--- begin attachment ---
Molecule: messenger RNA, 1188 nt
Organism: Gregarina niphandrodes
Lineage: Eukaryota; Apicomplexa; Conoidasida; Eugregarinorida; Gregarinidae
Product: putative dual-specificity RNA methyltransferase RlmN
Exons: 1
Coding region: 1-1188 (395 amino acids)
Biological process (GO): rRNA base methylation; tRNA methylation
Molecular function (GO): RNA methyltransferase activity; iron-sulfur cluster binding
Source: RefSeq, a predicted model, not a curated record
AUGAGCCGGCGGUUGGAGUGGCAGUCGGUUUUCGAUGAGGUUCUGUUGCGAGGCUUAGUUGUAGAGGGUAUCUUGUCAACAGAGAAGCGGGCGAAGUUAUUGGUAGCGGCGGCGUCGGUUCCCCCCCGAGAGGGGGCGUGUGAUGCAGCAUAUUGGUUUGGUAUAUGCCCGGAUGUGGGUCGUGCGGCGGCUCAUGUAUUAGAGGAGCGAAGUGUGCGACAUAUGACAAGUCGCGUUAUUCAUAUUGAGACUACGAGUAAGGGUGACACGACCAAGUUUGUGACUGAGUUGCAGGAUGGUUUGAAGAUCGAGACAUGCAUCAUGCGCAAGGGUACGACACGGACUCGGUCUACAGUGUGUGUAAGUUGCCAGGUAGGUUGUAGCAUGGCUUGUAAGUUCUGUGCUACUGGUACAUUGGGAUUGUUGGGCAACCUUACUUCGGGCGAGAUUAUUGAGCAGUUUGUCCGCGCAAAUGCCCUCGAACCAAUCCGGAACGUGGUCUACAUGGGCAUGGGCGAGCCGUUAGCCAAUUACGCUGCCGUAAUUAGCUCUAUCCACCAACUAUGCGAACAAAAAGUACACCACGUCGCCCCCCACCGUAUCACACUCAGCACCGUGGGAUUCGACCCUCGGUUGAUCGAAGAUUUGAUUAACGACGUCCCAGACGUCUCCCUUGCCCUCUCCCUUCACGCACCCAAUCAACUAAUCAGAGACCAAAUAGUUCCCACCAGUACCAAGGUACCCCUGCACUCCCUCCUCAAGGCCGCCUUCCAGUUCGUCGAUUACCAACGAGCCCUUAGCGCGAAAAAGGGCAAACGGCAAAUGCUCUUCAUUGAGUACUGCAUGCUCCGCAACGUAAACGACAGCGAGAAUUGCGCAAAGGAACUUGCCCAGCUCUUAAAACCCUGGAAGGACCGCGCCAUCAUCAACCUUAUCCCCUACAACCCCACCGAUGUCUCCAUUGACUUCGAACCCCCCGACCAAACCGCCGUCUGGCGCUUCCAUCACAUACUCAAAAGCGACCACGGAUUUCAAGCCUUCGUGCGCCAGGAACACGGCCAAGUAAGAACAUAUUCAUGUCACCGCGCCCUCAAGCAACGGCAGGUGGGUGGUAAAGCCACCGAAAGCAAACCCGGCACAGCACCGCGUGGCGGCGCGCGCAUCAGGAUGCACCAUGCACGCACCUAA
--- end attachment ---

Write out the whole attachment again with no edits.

Molecule: messenger RNA, 1188 nt
Organism: Gregarina niphandrodes
Lineage: Eukaryota; Apicomplexa; Conoidasida; Eugregarinorida; Gregarinidae
Product: putative dual-specificity RNA methyltransferase RlmN
Exons: 1
Coding region: 1-1188 (395 amino acids)
Biological process (GO): rRNA base methylation; tRNA methylation
Molecular function (GO): RNA methyltransferase activity; iron-sulfur cluster binding
Source: RefSeq, a predicted model, not a curated record
AUGAGCCGGCGGUUGGAGUGGCAGUCGGUUUUCGAUGAGGUUCUGUUGCGAGGCUUAGUUGUAGAGGGUAUCUUGUCAACAGAGAAGCGGGCGAAGUUAUUGGUAGCGGCGGCGUCGGUUCCCCCCCGAGAGGGGGCGUGUGAUGCAGCAUAUUGGUUUGGUAUAUGCCCGGAUGUGGGUCGUGCGGCGGCUCAUGUAUUAGAGGAGCGAAGUGUGCGACAUAUGACAAGUCGCGUUAUUCAUAUUGAGACUACGAGUAAGGGUGACACGACCAAGUUUGUGACUGAGUUGCAGGAUGGUUUGAAGAUCGAGACAUGCAUCAUGCGCAAGGGUACGACACGGACUCGGUCUACAGUGUGUGUAAGUUGCCAGGUAGGUUGUAGCAUGGCUUGUAAGUUCUGUGCUACUGGUACAUUGGGAUUGUUGGGCAACCUUACUUCGGGCGAGAUUAUUGAGCAGUUUGUCCGCGCAAAUGCCCUCGAACCAAUCCGGAACGUGGUCUACAUGGGCAUGGGCGAGCCGUUAGCCAAUUACGCUGCCGUAAUUAGCUCUAUCCACCAACUAUGCGAACAAAAAGUACACCACGUCGCCCCCCACCGUAUCACACUCAGCACCGUGGGAUUCGACCCUCGGUUGAUCGAAGAUUUGAUUAACGACGUCCCAGACGUCUCCCUUGCCCUCUCCCUUCACGCACCCAAUCAACUAAUCAGAGACCAAAUAGUUCCCACCAGUACCAAGGUACCCCUGCACUCCCUCCUCAAGGCCGCCUUCCAGUUCGUCGAUUACCAACGAGCCCUUAGCGCGAAAAAGGGCAAACGGCAAAUGCUCUUCAUUGAGUACUGCAUGCUCCGCAACGUAAACGACAGCGAGAAUUGCGCAAAGGAACUUGCCCAGCUCUUAAAACCCUGGAAGGACCGCGCCAUCAUCAACCUUAUCCCCUACAACCCCACCGAUGUCUCCAUUGACUUCGAACCCCCCGACCAAACCGCCGUCUGGCGCUUCCAUCACAUACUCAAAAGCGACCACGGAUUUCAAGCCUUCGUGCGCCAGGAACACGGCCAAGUAAGAACAUAUUCAUGUCACCGCGCCCUCAAGCAACGGCAGGUGGGUGGUAAAGCCACCGAAAGCAAACCCGGCACAGCACCGCGUGGCGGCGCGCGCAUCAGGAUGCACCAUGCACGCACCUAA